The first third or so of Little Fires Everywhere requires a bit of patience while Ng builds up this world and these families, but she needs us to know them pretty well so that we understand the stakes of the novel’s central conflict once it is introduced. The novel’s crisis is precipitated by an adoption that pits different values and identities against each other, all of them tangled in ideas about motherhood and race and what it really means to flourish, or to live a good life. Elena’s old friend Linda McCullough and her husband adopt a baby who was abandoned at a fire station with only a note: “This baby name May Ling. Please take this baby and give her a better life.” The McCulloughs, who have been trying to have a child for years, are thrilled, and their friends, including the Richardsons, rejoice for them–but when Mia hears the story, she has a different reaction, because she knows May Ling’s birth mother Bebe, who is now “desperate to find her daughter again.” With one phone call, she changes everything: “There’s something I think you should know.”
It’s interesting that this conflict is in a sense peripheral to the novel’s main characters. We hardly know either the McCulloughs or Bebe, except through Elena and Mia, so as a result the adoption case–in which the McCulloughs’ legal rights are pitted against Bebe’s rights as her biological mother–ends up being primarily a device to expose things about the people observing it. Whose side people are on reveals how they answer the fundamental question the highly publicized custody battle raises: “It came, over and over, down to this: What made someone a mother?” What is really best for May Ling, or, as the McCulloughs call her, Mirabelle? The McCulloughs are devoted parents, loving and able to provide every comfort for their adopted daughter, to meet every need she has, except one. “She’s not just a baby,” one of Bebe’s supporters argues
when Channel 5 sent a reporter to Asia Plaza, Cleveland’s Chinese shopping center, in search of the Asian perspective. “She’s a Chinese baby. She’s going to grow up not knowing anything about her heritage. How is she going to know who she is?”
“You can tell,” says one of Linda’s supporters, in turn, “that when she looks down at that baby in her arms, she doesn’t see a Chinese baby. All she sees is a baby, plain and simple.”
There’s no doubt that Linda comes across as unbearably shallow–indeed, almost malignantly thoughtless–when she’s asked in court about what she and her husband have done “to connect [May Ling] with her Chinese culture.” “Well. . . . Pearl of the Orient is one of our very favorite restaurants,” she replies, and also when they chose her teddy bear they “decided on the panda. We thought perhaps she’d feel more of a connection to it.” Cringe-worthy as this is, though, and naive, too, as Elena’s argument that interractial adoptions might “solve racism once and for all” is, Linda’s not wrong (is she?) when she finally insists in their defense that “it’s not a requirement that we be experts in Chinese culture. The only requirement is that we love Mirabelle.” Culture isn’t something we’re born with, after all: we learn it. And though our family history is in one sense our heritage, there seemed something uncomfortably essentialist about the argument that May Ling / Mirabelle’s identity must be decided by her biology. I found myself wishing that the arguments within the book about these polarized views (“race should mean nothing”; “race means everything”) were more complicated–though perhaps what Ng wanted was for us to be dissatisfied with both answers, just as I think she leaves us feeling that there isn’t an obviously right answer about who should raise the baby.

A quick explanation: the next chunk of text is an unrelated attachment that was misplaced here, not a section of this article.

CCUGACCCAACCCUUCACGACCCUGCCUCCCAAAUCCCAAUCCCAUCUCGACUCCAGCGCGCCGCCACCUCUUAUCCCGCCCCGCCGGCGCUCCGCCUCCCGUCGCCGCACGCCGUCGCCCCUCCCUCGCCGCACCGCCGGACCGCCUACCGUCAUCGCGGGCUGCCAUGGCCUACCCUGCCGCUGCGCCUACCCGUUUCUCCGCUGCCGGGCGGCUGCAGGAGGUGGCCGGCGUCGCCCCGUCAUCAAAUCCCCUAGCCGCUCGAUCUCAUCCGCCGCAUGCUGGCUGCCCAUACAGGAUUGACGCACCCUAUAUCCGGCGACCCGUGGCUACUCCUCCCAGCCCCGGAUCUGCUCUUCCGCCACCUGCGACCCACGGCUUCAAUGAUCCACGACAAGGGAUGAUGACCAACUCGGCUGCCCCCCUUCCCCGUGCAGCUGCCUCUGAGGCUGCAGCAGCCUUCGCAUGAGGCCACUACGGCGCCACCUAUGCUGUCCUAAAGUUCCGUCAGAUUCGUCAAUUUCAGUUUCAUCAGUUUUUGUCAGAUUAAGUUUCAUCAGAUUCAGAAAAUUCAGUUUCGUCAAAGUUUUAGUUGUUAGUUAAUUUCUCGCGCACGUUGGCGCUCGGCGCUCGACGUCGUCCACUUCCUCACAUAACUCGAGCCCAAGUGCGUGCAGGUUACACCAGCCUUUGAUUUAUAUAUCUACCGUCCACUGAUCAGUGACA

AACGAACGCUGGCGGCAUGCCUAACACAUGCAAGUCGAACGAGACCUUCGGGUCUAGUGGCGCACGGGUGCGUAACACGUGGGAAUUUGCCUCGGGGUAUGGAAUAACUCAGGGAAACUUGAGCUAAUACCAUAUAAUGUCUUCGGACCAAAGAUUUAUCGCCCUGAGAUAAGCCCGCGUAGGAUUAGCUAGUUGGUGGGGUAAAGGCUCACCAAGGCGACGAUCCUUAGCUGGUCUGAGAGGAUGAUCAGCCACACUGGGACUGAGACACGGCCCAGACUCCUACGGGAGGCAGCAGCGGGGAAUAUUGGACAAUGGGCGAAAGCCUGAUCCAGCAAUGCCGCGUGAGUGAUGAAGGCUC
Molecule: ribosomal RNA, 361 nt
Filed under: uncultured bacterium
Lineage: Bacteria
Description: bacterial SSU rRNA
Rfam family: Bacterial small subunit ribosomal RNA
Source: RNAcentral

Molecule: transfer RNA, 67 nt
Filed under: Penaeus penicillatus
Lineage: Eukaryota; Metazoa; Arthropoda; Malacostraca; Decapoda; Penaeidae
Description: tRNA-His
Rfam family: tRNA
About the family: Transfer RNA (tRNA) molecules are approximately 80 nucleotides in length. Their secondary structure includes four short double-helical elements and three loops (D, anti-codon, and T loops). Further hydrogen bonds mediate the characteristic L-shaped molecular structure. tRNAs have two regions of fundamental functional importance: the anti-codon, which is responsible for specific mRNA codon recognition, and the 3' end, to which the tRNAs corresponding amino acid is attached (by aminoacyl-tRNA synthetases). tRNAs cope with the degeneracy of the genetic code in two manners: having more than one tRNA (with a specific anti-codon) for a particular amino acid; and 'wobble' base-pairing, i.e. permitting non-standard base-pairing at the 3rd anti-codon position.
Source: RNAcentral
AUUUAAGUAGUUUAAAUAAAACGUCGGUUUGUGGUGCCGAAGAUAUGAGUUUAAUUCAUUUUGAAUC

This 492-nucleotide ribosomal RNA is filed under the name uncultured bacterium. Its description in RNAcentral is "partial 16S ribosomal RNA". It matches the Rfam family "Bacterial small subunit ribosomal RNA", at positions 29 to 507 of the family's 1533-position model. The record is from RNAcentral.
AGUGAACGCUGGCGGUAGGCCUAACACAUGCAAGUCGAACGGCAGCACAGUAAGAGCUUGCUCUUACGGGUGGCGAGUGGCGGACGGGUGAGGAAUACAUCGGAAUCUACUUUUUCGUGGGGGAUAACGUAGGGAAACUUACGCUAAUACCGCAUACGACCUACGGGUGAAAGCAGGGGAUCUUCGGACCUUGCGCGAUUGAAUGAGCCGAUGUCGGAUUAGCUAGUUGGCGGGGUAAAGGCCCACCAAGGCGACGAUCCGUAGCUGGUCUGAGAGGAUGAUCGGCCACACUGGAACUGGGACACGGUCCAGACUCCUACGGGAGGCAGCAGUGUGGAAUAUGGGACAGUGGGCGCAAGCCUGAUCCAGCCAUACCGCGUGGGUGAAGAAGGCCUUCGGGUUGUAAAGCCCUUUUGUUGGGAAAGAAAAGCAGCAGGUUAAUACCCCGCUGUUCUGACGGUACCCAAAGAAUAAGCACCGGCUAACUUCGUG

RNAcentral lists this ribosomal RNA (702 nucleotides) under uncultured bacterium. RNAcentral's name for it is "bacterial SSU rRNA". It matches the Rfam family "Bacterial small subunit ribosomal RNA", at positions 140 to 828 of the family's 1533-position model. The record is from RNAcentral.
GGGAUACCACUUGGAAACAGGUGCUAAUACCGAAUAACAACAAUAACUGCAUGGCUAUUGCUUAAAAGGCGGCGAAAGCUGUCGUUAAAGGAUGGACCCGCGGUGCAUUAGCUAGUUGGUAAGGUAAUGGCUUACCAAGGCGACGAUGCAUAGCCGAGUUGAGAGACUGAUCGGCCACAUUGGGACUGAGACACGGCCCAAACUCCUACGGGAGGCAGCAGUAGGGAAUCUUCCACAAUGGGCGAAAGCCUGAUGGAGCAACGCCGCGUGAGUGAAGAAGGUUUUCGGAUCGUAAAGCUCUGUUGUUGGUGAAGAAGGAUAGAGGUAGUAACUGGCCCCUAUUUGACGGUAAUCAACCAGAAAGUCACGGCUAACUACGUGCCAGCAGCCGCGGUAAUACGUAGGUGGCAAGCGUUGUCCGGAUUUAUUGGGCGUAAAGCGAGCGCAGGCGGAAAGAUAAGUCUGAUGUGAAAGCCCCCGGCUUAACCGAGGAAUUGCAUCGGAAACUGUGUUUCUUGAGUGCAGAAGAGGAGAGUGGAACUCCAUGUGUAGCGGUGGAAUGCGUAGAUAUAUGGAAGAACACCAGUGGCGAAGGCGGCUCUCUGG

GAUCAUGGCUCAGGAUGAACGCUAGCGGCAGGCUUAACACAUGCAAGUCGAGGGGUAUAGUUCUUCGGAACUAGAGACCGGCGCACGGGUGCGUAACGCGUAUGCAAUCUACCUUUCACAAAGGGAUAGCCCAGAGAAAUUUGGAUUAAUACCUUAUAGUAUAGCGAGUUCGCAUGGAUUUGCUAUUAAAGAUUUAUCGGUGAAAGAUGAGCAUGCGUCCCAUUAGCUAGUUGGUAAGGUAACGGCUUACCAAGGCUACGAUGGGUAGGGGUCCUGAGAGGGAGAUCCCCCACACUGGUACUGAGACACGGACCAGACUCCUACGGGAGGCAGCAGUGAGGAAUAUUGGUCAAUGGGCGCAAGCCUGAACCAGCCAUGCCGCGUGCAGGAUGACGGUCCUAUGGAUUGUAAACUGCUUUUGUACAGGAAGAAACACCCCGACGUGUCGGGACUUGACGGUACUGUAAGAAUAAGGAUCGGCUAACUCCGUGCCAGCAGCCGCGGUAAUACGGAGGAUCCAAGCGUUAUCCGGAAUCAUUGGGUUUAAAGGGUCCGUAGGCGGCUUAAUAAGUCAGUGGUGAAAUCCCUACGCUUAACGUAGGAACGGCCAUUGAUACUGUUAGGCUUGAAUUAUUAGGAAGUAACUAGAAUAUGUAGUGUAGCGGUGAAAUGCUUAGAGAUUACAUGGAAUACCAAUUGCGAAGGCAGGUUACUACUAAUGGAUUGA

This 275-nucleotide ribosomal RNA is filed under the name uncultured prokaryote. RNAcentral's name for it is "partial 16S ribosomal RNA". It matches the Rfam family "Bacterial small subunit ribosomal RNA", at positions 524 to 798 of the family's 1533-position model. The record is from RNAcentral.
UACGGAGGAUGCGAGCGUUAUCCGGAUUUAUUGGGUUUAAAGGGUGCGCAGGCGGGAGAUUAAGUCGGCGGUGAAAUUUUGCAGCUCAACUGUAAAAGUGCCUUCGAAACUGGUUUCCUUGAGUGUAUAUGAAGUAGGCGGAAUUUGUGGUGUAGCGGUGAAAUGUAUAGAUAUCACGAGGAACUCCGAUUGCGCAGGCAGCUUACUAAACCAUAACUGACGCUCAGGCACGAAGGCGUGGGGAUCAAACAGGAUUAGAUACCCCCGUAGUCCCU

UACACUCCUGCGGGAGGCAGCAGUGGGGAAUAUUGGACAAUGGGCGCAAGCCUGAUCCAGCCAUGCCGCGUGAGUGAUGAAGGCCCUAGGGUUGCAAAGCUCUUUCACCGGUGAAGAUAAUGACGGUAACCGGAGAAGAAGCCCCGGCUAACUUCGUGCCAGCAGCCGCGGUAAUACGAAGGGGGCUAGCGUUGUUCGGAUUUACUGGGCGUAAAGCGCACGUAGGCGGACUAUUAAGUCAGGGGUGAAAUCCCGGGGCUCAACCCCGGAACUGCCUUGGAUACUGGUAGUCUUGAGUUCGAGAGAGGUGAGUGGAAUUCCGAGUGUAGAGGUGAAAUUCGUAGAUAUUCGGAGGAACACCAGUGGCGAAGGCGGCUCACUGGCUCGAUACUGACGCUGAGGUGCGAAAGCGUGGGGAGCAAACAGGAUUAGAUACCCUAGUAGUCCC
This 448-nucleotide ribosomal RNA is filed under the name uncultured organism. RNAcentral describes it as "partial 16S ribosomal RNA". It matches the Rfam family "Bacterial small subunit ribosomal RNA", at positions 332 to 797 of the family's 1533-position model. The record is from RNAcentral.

Maybe a better way to put it is that the novel makes other factors seem at least as important to the case as race. The novel’s most persistent interest is in parent-child relationships, especially mother-daughter ones; it includes many variations on this theme, all of them fraught with difficulty, from the gradually uncovered story about Mia and Pearl to Elena’s struggle to come to terms with Izzy. Mia doesn’t call Bebe because she’s worried about preserving her baby’s heritage but because “the thought of someone else claiming her child was unbearable”: “how could these people take a child from its mother?” Is love–even (or especially) the kind of intensely possessive love that motivated Mia’s own decision to keep Pearl when she might not have–really all a child needs? But then again, Elena is an example of someone who has given her children everything and yet somehow left at least one of them feeling out of place in the world; while Mia’s seemingly rootless existence may have deprived Pearl of some vital kinds of continuity, of ongoing connection to a community, or to place, Mia’s artistic vision offers insights (including to Elena) that the insular smugness of suburban life obscure.
At the end of Little Fires Everywhere I felt as if we were left with more questions than answers about parenting, about race, about coexistence, about how to move forward collectively when we all see and experience the world in such different ways. When the novel opens, at the chronological end of the story it then tells, the characters are still arguing about whether the verdict in the McCullough case was right or wrong, and 300 pages later I still don’t know for sure which side I’m on, just as I don’t quite know how I feel about Mia’s long-ago decision about Pearl. In both cases I feel as if my emotional response is in some tension with other factors that also seem to matter. I suppose that could be why “burn it down and start over” is a reasonable response (ideally, shouldn’t desire and logic, love and justice align?) but I couldn’t tell what Ng thought we ought to be building or growing on the newly cleared ground. Still, she gave me a lot to think about, and on top of that Little Fires Everywhere is an engrossing and well-told story.